Most people who know me, know that I love Halloween. I don't know what it is about this spooky holiday but it has always filled me with joy, but from the glowing pumpkins to cute kids in costumes asking for candy, I love it all. I think a lot of it is nostalgia for a happy childhood spent celebrating Halloween with themed food and trick or treating, but deep down it's just one of those things I know I love but I don't really know why.
This year, I wanted to think a little more deeply about why. I'm finding that there is a cultural difference around Halloween between the US and the UK - not only is it not widely celebrated here, but it also turns out there are many people (especially Christians) who are adamant that it should not be celebrated. This was surprising to me because where I'm from, Halloween has never been seen as controversial for mainline Christians.
Not only do most Christians I know join in the fun of Halloween, every church I've ever been a part of has put on some sort of event for the holiday. Whether its a "trunk or treat" event with a parade of costumes and candy in the parking lot or the literal "haunted house" maze my youth group built in the church one year, there has always been some sort of event - usually with a wide reach into the community, bringing in people who don't normally go to church. It was a chance to be visible in our community and connect with new people.
Here, if churches do anything, there seems to be a tradition of "light parties" which are intended to be the antithesis to the dark and scary aspects of Halloween. But even that can be a bit controversial - sometimes seen as capitulating to secular culture in trying to offer anything at all. Halloween in general is seen by many people as something that celebrates the occult, evil, and dark forces in the world. Or if not that, some see it as just "imported American rubbish" as one person wrote on Facebook.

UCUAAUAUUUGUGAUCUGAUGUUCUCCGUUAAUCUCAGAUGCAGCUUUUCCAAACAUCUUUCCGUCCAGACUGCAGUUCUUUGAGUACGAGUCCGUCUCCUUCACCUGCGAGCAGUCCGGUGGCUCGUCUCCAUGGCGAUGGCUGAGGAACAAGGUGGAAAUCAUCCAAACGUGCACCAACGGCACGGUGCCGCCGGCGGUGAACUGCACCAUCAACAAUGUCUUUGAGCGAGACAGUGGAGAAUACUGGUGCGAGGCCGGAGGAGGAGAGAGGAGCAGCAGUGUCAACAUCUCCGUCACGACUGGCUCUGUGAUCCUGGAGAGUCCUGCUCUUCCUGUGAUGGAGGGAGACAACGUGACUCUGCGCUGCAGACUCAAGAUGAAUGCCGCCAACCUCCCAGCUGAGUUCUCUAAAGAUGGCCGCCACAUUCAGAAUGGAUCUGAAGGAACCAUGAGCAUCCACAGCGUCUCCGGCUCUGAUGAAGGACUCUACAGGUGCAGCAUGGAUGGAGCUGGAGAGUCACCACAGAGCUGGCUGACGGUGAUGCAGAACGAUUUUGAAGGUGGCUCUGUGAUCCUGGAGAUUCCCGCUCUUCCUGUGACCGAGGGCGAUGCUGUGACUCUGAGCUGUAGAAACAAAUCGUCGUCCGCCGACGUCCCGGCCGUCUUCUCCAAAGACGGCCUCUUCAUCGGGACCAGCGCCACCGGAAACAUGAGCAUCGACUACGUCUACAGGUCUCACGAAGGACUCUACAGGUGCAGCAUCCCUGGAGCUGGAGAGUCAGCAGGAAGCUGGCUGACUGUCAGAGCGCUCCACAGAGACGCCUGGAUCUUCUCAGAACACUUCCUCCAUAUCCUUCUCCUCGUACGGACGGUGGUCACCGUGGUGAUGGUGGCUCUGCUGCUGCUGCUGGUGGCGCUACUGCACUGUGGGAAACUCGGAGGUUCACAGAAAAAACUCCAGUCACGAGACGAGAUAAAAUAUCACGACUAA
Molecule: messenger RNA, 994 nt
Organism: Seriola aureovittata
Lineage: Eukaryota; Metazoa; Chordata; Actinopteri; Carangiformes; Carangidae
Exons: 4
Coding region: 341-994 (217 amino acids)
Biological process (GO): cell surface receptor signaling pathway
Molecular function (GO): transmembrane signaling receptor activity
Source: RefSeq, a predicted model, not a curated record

So, as an American who loves Halloween, I've tried to be conscious of my new setting this year. I've kept my love for Halloween quiet, not because I feel like it's wrong or I feel guilty about it, but because I want to learn more about my new culture before I go around flaunting something that might rub people the wrong way. The pandemic, of course, has meant that we can't celebrate in many of the ways we might have wanted to anyway - no visiting castles with Halloween events, or hosting friends for a fancy dress party, or even handing out candy to cute kids in costumes. I have decorated the house some on the inside, worn my Halloween leggings, and have some fun glow in the dark Color Street on my nails, but that's about it.
I'm continuing to ponder and pray and discern my own attitude towards Halloween and my faith. My thoughts at the moment lean towards Halloween being an event that mocks death and ghouls and evil spirits in this world - we make light of it, not celebrate it. And, as Christians, we worship a risen savior who has defeated death - so why not?
Perhaps by next year I'll be able to articulate a little bit more about why I love Halloween and why I think that's okay as a Christian, but for now, this is where I'm at - listening, learning, and loving my new country - controversial holidays and all.